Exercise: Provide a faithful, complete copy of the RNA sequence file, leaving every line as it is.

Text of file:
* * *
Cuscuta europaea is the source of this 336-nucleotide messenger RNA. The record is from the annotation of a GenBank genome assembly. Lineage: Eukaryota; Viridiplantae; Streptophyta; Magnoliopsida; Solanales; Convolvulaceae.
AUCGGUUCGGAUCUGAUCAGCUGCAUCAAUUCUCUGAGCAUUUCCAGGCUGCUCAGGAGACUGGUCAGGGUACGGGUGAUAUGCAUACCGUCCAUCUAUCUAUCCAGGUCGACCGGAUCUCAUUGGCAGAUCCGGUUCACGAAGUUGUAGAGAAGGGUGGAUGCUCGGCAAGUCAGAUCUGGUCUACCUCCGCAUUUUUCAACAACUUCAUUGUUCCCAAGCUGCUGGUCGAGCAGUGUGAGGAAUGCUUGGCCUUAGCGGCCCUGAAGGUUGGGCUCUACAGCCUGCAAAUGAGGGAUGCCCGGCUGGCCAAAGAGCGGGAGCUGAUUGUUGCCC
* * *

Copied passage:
Cuscuta europaea is the source of this 336-nucleotide messenger RNA. The record is from the annotation of a GenBank genome assembly. Lineage: Eukaryota; Viridiplantae; Streptophyta; Magnoliopsida; Solanales; Convolvulaceae.
AUCGGUUCGGAUCUGAUCAGCUGCAUCAAUUCUCUGAGCAUUUCCAGGCUGCUCAGGAGACUGGUCAGGGUACGGGUGAUAUGCAUACCGUCCAUCUAUCUAUCCAGGUCGACCGGAUCUCAUUGGCAGAUCCGGUUCACGAAGUUGUAGAGAAGGGUGGAUGCUCGGCAAGUCAGAUCUGGUCUACCUCCGCAUUUUUCAACAACUUCAUUGUUCCCAAGCUGCUGGUCGAGCAGUGUGAGGAAUGCUUGGCCUUAGCGGCCCUGAAGGUUGGGCUCUACAGCCUGCAAAUGAGGGAUGCCCGGCUGGCCAAAGAGCGGGAGCUGAUUGUUGCCC